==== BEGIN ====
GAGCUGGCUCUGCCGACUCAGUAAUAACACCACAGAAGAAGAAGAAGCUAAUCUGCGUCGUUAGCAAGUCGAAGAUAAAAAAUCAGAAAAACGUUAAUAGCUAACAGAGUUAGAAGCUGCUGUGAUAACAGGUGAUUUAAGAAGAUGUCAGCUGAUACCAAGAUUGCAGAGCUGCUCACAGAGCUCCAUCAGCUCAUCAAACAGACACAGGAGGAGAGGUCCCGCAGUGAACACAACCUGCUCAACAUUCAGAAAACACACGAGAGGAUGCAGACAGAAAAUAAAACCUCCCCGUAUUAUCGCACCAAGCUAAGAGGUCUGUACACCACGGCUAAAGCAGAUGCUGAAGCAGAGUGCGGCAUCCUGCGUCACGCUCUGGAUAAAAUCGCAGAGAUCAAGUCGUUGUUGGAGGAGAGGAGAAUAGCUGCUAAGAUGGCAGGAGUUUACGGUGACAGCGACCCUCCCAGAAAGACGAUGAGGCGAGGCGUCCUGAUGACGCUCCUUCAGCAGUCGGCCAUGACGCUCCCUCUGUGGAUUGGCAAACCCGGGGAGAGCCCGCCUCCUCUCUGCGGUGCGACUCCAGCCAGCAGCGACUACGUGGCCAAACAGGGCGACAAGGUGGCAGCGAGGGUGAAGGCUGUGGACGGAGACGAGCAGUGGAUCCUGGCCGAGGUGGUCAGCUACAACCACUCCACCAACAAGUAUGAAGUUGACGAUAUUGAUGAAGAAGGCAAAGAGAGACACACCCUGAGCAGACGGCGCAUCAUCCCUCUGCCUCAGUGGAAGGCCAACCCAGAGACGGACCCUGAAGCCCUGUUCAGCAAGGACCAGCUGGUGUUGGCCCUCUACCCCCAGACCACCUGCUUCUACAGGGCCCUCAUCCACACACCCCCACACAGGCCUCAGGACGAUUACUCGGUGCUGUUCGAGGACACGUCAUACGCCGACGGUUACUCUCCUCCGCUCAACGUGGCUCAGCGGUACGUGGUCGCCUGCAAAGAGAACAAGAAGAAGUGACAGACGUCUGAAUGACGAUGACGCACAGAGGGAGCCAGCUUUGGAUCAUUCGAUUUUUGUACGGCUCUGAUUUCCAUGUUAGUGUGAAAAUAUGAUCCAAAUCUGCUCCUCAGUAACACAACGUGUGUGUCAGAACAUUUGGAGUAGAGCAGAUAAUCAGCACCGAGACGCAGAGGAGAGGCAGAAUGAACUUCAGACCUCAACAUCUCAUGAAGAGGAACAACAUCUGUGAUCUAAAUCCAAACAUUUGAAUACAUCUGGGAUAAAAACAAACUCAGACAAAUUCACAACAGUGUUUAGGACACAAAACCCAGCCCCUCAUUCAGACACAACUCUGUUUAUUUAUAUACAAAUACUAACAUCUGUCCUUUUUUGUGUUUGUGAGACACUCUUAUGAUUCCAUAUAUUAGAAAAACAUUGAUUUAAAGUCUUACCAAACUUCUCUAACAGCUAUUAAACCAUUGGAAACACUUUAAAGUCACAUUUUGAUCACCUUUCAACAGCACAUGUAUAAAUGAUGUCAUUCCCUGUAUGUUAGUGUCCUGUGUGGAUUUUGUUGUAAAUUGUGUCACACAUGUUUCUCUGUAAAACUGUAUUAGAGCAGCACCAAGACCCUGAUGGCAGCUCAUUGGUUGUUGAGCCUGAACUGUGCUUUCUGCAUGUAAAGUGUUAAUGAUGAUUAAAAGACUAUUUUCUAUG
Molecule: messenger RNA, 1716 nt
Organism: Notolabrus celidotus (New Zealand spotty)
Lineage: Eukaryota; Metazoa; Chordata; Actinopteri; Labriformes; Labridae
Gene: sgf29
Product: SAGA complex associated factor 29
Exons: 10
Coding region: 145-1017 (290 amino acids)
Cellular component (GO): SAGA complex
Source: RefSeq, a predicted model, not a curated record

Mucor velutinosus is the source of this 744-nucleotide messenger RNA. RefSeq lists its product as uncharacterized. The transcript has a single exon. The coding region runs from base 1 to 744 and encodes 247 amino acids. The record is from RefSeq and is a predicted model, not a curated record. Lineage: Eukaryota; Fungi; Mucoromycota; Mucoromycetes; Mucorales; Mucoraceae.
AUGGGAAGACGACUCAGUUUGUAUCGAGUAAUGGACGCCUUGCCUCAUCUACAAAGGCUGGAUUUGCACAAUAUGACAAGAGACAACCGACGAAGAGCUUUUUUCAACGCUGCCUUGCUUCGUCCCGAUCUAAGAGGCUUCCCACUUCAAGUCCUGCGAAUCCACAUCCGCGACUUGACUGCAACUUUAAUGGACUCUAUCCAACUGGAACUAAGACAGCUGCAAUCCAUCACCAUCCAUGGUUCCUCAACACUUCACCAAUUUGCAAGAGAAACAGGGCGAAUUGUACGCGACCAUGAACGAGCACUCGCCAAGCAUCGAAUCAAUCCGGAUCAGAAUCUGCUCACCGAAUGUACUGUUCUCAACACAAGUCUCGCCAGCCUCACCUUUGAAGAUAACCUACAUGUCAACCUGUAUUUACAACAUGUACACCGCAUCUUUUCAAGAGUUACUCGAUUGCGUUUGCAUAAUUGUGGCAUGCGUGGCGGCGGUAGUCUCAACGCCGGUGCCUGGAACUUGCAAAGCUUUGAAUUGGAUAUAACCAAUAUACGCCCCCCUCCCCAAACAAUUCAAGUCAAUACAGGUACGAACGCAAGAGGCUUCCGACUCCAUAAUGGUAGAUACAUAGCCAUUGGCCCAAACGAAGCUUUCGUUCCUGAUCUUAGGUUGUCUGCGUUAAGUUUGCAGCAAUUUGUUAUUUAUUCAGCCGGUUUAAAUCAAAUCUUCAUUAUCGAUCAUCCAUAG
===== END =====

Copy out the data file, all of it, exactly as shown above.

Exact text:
GAGCUGGCUCUGCCGACUCAGUAAUAACACCACAGAAGAAGAAGAAGCUAAUCUGCGUCGUUAGCAAGUCGAAGAUAAAAAAUCAGAAAAACGUUAAUAGCUAACAGAGUUAGAAGCUGCUGUGAUAACAGGUGAUUUAAGAAGAUGUCAGCUGAUACCAAGAUUGCAGAGCUGCUCACAGAGCUCCAUCAGCUCAUCAAACAGACACAGGAGGAGAGGUCCCGCAGUGAACACAACCUGCUCAACAUUCAGAAAACACACGAGAGGAUGCAGACAGAAAAUAAAACCUCCCCGUAUUAUCGCACCAAGCUAAGAGGUCUGUACACCACGGCUAAAGCAGAUGCUGAAGCAGAGUGCGGCAUCCUGCGUCACGCUCUGGAUAAAAUCGCAGAGAUCAAGUCGUUGUUGGAGGAGAGGAGAAUAGCUGCUAAGAUGGCAGGAGUUUACGGUGACAGCGACCCUCCCAGAAAGACGAUGAGGCGAGGCGUCCUGAUGACGCUCCUUCAGCAGUCGGCCAUGACGCUCCCUCUGUGGAUUGGCAAACCCGGGGAGAGCCCGCCUCCUCUCUGCGGUGCGACUCCAGCCAGCAGCGACUACGUGGCCAAACAGGGCGACAAGGUGGCAGCGAGGGUGAAGGCUGUGGACGGAGACGAGCAGUGGAUCCUGGCCGAGGUGGUCAGCUACAACCACUCCACCAACAAGUAUGAAGUUGACGAUAUUGAUGAAGAAGGCAAAGAGAGACACACCCUGAGCAGACGGCGCAUCAUCCCUCUGCCUCAGUGGAAGGCCAACCCAGAGACGGACCCUGAAGCCCUGUUCAGCAAGGACCAGCUGGUGUUGGCCCUCUACCCCCAGACCACCUGCUUCUACAGGGCCCUCAUCCACACACCCCCACACAGGCCUCAGGACGAUUACUCGGUGCUGUUCGAGGACACGUCAUACGCCGACGGUUACUCUCCUCCGCUCAACGUGGCUCAGCGGUACGUGGUCGCCUGCAAAGAGAACAAGAAGAAGUGACAGACGUCUGAAUGACGAUGACGCACAGAGGGAGCCAGCUUUGGAUCAUUCGAUUUUUGUACGGCUCUGAUUUCCAUGUUAGUGUGAAAAUAUGAUCCAAAUCUGCUCCUCAGUAACACAACGUGUGUGUCAGAACAUUUGGAGUAGAGCAGAUAAUCAGCACCGAGACGCAGAGGAGAGGCAGAAUGAACUUCAGACCUCAACAUCUCAUGAAGAGGAACAACAUCUGUGAUCUAAAUCCAAACAUUUGAAUACAUCUGGGAUAAAAACAAACUCAGACAAAUUCACAACAGUGUUUAGGACACAAAACCCAGCCCCUCAUUCAGACACAACUCUGUUUAUUUAUAUACAAAUACUAACAUCUGUCCUUUUUUGUGUUUGUGAGACACUCUUAUGAUUCCAUAUAUUAGAAAAACAUUGAUUUAAAGUCUUACCAAACUUCUCUAACAGCUAUUAAACCAUUGGAAACACUUUAAAGUCACAUUUUGAUCACCUUUCAACAGCACAUGUAUAAAUGAUGUCAUUCCCUGUAUGUUAGUGUCCUGUGUGGAUUUUGUUGUAAAUUGUGUCACACAUGUUUCUCUGUAAAACUGUAUUAGAGCAGCACCAAGACCCUGAUGGCAGCUCAUUGGUUGUUGAGCCUGAACUGUGCUUUCUGCAUGUAAAGUGUUAAUGAUGAUUAAAAGACUAUUUUCUAUG
Molecule: messenger RNA, 1716 nt
Organism: Notolabrus celidotus (New Zealand spotty)
Lineage: Eukaryota; Metazoa; Chordata; Actinopteri; Labriformes; Labridae
Gene: sgf29
Product: SAGA complex associated factor 29
Exons: 10
Coding region: 145-1017 (290 amino acids)
Cellular component (GO): SAGA complex
Source: RefSeq, a predicted model, not a curated record

Mucor velutinosus is the source of this 744-nucleotide messenger RNA. RefSeq lists its product as uncharacterized. The transcript has a single exon. The coding region runs from base 1 to 744 and encodes 247 amino acids. The record is from RefSeq and is a predicted model, not a curated record. Lineage: Eukaryota; Fungi; Mucoromycota; Mucoromycetes; Mucorales; Mucoraceae.
AUGGGAAGACGACUCAGUUUGUAUCGAGUAAUGGACGCCUUGCCUCAUCUACAAAGGCUGGAUUUGCACAAUAUGACAAGAGACAACCGACGAAGAGCUUUUUUCAACGCUGCCUUGCUUCGUCCCGAUCUAAGAGGCUUCCCACUUCAAGUCCUGCGAAUCCACAUCCGCGACUUGACUGCAACUUUAAUGGACUCUAUCCAACUGGAACUAAGACAGCUGCAAUCCAUCACCAUCCAUGGUUCCUCAACACUUCACCAAUUUGCAAGAGAAACAGGGCGAAUUGUACGCGACCAUGAACGAGCACUCGCCAAGCAUCGAAUCAAUCCGGAUCAGAAUCUGCUCACCGAAUGUACUGUUCUCAACACAAGUCUCGCCAGCCUCACCUUUGAAGAUAACCUACAUGUCAACCUGUAUUUACAACAUGUACACCGCAUCUUUUCAAGAGUUACUCGAUUGCGUUUGCAUAAUUGUGGCAUGCGUGGCGGCGGUAGUCUCAACGCCGGUGCCUGGAACUUGCAAAGCUUUGAAUUGGAUAUAACCAAUAUACGCCCCCCUCCCCAAACAAUUCAAGUCAAUACAGGUACGAACGCAAGAGGCUUCCGACUCCAUAAUGGUAGAUACAUAGCCAUUGGCCCAAACGAAGCUUUCGUUCCUGAUCUUAGGUUGUCUGCGUUAAGUUUGCAGCAAUUUGUUAUUUAUUCAGCCGGUUUAAAUCAAAUCUUCAUUAUCGAUCAUCCAUAG